One year ago, Nasrin Sheykhi stood in line at the U.S. Embassy in Abu Dhabi in the United Arab Emirates, waiting on the fairy tale ending to her yearslong immigration story: acceptance into the United States.
Sheykhi, an artist from Shiraz, Iran, had garnered international acclaim as a caricaturist by 2017. Her paintings of iconic pop culture figures use exaggerated features and an array of materials ― CDs and film strips, for example ― to convey the attitudes of characters known worldwide. So she was almost certain her accolades, the more than 700 documents she provided to affirm her work and the three years she had spent in anticipation would mean the approval of her visa application.
But in January last year, President Donald Trump’s travel ban on several majority-Muslim countries created a geopolitical headwind, placing a hold on visa applications for scores of people in the Middle East. And because of the strained relationship between the United States and Iran, Sheykhi was forced to leave her home and hope to obtain U.S. residency through another country — still a long shot for Iranian citizens.
She elected to file through the UAE and recalled the many times that embassy officials denied and her and other Iranians’ applications in the early months of 2017.
“They kept saying, ‘No, no, no,’” Sheykhi said. “It seemed like they really didn’t want me. When I went back, I could see in the embassy there was a place where all of the Iranian people were rejected, but there was another place where all others made it through the line and got approved in an hour.”
Her visa application was repeatedly rejected over the ensuing months. So when she unexpectedly received word from her lawyer in late 2017 that she had been approved for the EB-1A visa she sought — nicknamed the Einstein visa because it is granted to people with extraordinary achievements or abilities (Melania Trump among them) — Sheykhi wasted no time preparing her things.
She purchased luggage that day and uprooted herself in a week, using the little money she had to set up shop in a shoddy Philadelphia apartment.
I’m not a religious person. I have my own rule and way. I just believe in being free as a woman on this earth.” Nasrin Sheykhi
For Shekyhi, moving from Iran to the United States meant dislodging herself from what she described as a toxic environment for nonreligious and artistic women.
“People don’t have freedom to be themselves and say what they believe [in Iran]. They have to hide what they are,” she said. “Artists in Iran get in trouble, and they go to jail. That’s awful, and it’s very difficult for Iranian art.”
Her philosophy, born of this repression, is to maintain her individuality at all costs.
“I’m not a religious person. I have my own rule and way,” she said. “I just believe in being free as a woman on this earth.”
Generally speaking, Sheykhi’s artwork is a tribute to that sense of freedom. The characters she depicts run the gamut of the most revered and reviled figures in human history, from John Lennon to Russian President Vladimir Putin. Using various textures and materials, she can tell all their stories visually. In a painting of Rolling Stones singer Mick Jagger, for example, she uses a CD to depict his mouth midshout.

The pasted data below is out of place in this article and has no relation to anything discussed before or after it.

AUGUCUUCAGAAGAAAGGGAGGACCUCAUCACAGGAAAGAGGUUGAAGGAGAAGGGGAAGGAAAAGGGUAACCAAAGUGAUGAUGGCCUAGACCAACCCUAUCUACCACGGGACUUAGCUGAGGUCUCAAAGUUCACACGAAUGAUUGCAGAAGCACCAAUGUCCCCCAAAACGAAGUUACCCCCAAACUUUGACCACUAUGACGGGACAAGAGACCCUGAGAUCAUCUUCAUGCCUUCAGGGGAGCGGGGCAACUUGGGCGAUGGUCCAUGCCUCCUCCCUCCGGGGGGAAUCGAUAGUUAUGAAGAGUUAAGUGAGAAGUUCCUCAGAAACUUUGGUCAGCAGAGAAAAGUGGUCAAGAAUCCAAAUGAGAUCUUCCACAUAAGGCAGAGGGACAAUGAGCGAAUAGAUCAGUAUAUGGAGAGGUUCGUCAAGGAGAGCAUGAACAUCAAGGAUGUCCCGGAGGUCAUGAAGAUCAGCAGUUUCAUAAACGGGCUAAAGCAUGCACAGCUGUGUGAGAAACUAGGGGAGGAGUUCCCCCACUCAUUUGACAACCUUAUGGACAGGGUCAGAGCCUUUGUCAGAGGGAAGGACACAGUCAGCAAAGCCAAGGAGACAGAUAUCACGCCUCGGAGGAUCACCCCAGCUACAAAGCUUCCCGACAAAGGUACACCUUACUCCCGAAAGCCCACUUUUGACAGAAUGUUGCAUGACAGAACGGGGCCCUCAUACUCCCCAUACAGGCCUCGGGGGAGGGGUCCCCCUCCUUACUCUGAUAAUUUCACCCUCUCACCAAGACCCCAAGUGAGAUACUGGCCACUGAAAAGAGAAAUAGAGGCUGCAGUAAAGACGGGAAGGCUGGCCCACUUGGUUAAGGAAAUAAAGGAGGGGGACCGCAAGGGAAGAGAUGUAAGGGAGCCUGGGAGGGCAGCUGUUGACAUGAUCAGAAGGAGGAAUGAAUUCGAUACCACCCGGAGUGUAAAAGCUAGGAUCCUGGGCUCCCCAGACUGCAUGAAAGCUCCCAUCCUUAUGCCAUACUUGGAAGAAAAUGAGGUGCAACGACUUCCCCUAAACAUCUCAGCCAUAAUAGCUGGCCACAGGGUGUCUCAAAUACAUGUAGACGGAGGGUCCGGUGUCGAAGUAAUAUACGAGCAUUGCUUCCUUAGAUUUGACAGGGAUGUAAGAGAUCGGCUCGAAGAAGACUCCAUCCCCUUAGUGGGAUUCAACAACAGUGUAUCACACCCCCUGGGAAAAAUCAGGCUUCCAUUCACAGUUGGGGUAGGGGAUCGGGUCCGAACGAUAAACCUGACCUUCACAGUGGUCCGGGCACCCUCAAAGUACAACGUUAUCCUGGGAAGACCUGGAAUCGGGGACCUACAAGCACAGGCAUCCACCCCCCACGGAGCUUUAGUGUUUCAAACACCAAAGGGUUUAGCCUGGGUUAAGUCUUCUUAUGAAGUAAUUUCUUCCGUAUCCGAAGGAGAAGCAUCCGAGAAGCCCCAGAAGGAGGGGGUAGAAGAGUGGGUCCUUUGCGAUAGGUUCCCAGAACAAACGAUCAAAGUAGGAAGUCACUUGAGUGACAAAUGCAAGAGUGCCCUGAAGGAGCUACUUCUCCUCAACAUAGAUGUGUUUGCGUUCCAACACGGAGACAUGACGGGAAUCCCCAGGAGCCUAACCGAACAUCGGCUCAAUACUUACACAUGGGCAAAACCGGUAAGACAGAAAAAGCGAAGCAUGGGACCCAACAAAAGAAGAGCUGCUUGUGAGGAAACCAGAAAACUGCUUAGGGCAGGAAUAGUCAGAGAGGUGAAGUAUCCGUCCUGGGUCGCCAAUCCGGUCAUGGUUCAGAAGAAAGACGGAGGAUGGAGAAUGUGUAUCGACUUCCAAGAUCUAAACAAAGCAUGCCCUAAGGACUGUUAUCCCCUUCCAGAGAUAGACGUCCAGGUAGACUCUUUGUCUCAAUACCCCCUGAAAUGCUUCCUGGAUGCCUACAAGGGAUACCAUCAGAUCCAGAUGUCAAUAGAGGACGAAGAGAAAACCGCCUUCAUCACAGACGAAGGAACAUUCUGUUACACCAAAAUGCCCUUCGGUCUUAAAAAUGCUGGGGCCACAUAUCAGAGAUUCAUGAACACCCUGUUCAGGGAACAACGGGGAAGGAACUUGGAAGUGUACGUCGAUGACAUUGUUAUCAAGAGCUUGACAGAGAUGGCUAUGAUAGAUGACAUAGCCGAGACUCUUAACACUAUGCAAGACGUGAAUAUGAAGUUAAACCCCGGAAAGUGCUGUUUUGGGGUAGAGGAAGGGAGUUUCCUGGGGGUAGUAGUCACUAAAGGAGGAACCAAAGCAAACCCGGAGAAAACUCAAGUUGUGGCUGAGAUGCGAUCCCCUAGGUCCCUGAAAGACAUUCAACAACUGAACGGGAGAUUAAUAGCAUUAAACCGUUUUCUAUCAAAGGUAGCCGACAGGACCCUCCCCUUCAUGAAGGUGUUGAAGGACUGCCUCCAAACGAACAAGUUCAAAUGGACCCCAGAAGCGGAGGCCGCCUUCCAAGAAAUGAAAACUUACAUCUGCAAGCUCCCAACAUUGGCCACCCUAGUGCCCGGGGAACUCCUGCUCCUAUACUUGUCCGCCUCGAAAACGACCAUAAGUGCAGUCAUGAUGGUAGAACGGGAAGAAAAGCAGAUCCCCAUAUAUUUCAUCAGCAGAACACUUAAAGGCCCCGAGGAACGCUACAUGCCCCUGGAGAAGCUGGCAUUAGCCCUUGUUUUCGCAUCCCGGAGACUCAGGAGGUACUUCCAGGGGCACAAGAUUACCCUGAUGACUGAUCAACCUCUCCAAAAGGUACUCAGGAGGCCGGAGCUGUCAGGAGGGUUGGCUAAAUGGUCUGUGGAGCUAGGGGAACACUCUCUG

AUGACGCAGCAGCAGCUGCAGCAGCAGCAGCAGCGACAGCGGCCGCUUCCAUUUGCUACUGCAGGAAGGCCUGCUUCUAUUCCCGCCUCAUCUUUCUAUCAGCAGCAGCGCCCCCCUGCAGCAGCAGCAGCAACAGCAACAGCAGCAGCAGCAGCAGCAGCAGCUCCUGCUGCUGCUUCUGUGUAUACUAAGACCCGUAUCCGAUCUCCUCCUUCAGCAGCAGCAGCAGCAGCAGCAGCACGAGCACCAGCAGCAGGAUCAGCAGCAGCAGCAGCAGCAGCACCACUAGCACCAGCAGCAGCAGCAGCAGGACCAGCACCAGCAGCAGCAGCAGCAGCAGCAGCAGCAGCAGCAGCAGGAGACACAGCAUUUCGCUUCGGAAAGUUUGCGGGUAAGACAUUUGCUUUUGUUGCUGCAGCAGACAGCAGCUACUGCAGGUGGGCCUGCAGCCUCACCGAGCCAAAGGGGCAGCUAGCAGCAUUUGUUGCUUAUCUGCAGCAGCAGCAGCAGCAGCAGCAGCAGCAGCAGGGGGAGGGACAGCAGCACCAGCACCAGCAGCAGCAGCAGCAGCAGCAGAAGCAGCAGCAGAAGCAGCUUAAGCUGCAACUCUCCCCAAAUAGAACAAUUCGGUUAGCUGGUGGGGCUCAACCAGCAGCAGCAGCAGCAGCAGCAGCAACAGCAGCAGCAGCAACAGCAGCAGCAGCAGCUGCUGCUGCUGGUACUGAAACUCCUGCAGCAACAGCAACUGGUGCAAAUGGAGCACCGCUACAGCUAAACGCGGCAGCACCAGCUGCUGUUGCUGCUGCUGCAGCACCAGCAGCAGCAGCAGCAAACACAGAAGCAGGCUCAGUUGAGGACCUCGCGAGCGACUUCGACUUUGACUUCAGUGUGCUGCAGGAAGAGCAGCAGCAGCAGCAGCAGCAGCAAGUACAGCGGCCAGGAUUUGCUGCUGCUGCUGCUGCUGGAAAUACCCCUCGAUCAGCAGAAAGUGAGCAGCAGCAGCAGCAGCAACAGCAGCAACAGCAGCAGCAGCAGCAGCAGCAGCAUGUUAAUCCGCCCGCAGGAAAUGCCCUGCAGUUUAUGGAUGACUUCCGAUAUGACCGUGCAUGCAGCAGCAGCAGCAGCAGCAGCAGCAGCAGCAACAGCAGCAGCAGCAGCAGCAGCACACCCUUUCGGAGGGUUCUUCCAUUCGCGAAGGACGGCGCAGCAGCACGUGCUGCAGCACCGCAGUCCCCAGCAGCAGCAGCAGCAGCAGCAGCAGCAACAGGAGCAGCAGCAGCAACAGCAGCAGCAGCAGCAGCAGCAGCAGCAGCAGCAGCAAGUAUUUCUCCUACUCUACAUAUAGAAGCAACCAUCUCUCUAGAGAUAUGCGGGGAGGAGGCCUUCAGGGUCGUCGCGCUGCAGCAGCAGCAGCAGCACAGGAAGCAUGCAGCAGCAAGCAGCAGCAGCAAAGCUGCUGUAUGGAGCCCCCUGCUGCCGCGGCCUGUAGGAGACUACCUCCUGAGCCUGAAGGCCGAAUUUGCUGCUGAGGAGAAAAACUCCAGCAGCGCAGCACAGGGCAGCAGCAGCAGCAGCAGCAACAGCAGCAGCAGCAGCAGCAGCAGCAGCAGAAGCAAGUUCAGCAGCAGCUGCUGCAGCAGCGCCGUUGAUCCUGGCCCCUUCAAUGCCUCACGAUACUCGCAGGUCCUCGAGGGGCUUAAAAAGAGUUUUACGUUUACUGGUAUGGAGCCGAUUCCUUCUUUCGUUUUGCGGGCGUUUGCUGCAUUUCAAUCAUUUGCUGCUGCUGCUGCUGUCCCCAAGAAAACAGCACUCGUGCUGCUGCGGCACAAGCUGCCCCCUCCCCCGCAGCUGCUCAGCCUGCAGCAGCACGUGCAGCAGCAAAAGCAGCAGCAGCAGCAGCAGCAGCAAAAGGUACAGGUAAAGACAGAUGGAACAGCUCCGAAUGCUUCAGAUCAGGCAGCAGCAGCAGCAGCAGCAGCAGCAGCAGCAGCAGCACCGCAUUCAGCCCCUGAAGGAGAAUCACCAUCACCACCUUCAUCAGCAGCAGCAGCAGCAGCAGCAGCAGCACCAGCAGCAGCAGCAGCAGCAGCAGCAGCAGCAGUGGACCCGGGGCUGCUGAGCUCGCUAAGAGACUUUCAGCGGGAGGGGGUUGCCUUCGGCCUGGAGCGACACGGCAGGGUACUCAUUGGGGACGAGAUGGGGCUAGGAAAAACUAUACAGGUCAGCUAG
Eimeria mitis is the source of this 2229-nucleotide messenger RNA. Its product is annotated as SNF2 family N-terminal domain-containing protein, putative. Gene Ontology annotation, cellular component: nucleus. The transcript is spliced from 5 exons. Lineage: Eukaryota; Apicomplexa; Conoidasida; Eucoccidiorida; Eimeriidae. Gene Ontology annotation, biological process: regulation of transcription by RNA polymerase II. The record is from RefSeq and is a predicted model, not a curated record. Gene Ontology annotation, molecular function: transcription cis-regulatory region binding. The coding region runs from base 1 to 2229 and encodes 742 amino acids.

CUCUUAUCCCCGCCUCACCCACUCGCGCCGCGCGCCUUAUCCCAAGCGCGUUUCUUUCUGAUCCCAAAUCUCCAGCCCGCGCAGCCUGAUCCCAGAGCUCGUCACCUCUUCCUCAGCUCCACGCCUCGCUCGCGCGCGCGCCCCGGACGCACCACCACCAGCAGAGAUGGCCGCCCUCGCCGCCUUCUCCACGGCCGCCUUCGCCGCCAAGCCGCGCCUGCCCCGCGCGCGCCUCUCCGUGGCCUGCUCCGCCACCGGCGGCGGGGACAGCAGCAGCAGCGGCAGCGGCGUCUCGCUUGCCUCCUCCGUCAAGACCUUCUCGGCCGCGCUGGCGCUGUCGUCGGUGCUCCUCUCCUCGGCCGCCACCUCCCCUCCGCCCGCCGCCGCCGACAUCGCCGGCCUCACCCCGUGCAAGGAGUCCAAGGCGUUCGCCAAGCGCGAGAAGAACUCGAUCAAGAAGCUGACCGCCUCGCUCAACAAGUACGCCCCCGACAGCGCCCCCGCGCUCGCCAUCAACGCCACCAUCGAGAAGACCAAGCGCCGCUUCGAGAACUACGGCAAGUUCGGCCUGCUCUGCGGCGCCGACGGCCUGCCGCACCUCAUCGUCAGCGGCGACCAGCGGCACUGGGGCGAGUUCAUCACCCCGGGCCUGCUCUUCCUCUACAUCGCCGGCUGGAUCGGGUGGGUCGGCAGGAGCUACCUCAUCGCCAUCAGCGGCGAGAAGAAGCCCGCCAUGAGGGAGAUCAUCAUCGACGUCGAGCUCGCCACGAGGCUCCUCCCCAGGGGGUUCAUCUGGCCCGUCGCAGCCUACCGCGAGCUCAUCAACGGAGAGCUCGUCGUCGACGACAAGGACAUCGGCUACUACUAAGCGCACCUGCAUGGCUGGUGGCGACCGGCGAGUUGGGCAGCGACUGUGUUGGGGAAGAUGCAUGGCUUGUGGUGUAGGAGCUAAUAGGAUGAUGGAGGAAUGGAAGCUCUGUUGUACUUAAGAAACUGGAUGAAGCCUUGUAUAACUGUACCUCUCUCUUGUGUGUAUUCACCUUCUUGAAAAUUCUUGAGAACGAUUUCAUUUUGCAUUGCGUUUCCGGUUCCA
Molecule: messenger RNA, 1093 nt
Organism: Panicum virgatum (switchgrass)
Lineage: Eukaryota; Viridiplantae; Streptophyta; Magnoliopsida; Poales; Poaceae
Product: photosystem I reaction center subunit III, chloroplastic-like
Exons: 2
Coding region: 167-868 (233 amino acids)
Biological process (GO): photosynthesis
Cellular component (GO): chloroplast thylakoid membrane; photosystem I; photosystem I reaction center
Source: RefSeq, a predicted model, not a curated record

The piece of hers that has garnered the most attention in her roughly eight months of legal residency depicts the man who once stood between her and the United States: Trump.
Sheykhi rendered Trump’s blond locks, orange-hued skin and routine red tie in an abstract style on the smallest canvas she could find: a 2-by-2-inch square. She said she didn’t intend for the piece, though critical of the president, to spark anti-Trump fervor or invigorate his opponents.
It is, rather, the epitome of how she has come to identify him through news coverage and conversations with Americans.
“When I moved to the United States, what I could get from the atmosphere when people would talk about Trump’s immigration speeches and when I would watch the news ― the result of everything I could get from that is in my painting of Trump,” she said.
From there, the metaphors are clear as day. Her painting reveals a president unfit for his position.
“I picked out a huge canvas to depict the White House and to place my Trump portrait on,” she said. “The smallest character in the world — the smallest president — the smallest personality, and he’s not filling out the frame. It was a symbol.”
Sheykhi plans to auction the Trump caricature and donate the money to organizations assisting immigrants to the U.S.
Her Trump painting and its underlying rationale have allowed many to project their political goals onto Sheykhi, seeing in her a radically resistant immigrant with a sense of entitlement to the best America has to offer.
While that may be so, she insists her depiction of Trump — and other figures to follow — isn’t so much a declaration of her politics as it is a declaration of her purpose as an artist.
“As a critical artist, as a social artist and as a realist, I call myself a researcher,” she said.
“I didn’t try to get on Trump or be on someone else’s side,” Sheykhi said. “I am just like a camera you take everywhere. I can see something and record it.”